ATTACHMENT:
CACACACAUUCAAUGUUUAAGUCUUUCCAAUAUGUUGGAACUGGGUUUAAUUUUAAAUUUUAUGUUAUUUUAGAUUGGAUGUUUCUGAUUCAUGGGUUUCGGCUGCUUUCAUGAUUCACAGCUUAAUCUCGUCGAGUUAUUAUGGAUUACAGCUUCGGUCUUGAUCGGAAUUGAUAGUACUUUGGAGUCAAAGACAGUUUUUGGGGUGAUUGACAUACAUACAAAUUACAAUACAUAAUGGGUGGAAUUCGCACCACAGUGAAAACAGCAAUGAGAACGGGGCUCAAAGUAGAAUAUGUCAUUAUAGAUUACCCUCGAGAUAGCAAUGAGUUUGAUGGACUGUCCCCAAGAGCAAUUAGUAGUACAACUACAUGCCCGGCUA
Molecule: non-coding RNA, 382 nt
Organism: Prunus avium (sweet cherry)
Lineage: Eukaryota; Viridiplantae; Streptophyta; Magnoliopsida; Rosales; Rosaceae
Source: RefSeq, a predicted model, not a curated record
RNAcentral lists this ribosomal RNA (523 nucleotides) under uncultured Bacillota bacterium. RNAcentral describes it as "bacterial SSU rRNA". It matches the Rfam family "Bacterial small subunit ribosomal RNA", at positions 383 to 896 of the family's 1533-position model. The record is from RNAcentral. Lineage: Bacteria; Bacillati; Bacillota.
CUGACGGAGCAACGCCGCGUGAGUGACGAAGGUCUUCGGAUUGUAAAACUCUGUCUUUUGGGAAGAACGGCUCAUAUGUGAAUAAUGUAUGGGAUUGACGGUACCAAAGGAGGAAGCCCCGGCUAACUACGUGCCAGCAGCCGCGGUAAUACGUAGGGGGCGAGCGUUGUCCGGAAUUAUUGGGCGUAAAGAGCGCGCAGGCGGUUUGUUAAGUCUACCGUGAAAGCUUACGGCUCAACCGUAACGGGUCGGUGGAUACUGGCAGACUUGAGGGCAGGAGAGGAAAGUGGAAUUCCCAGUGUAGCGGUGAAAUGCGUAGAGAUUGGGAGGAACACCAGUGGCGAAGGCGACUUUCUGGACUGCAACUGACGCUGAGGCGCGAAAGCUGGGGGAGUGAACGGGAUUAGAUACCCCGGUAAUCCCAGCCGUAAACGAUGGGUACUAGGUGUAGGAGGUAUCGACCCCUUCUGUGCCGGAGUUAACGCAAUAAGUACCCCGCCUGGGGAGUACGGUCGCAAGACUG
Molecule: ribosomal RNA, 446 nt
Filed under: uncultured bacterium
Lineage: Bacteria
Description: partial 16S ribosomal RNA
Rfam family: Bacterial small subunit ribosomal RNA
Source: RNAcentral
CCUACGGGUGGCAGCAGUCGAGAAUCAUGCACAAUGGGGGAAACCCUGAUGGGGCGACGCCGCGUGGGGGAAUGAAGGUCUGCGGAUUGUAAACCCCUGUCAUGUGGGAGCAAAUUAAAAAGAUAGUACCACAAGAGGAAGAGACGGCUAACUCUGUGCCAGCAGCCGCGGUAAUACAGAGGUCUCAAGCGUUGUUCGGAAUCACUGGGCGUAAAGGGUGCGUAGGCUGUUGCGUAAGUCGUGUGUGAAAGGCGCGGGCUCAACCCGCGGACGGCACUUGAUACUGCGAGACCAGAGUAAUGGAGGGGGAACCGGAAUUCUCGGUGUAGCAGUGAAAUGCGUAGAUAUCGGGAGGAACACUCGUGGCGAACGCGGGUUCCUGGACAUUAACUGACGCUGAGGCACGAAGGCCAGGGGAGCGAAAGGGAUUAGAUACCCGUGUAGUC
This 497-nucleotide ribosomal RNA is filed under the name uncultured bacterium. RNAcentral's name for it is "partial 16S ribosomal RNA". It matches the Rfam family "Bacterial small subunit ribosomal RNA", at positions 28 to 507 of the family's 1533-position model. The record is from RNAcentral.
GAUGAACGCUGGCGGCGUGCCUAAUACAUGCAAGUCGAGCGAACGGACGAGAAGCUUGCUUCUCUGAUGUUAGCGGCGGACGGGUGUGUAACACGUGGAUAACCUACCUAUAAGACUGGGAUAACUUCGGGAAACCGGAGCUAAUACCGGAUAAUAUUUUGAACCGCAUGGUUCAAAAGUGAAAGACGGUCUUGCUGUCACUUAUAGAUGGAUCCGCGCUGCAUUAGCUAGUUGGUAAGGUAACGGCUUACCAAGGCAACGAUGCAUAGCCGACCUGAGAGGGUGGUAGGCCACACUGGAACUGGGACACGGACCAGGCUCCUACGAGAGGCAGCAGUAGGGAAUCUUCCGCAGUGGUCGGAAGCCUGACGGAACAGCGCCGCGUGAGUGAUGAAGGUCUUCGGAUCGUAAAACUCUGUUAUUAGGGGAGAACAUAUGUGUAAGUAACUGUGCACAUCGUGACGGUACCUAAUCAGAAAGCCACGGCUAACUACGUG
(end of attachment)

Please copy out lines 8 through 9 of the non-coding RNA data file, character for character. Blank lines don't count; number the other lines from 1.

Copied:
Molecule: ribosomal RNA, 446 nt
Filed under: uncultured bacterium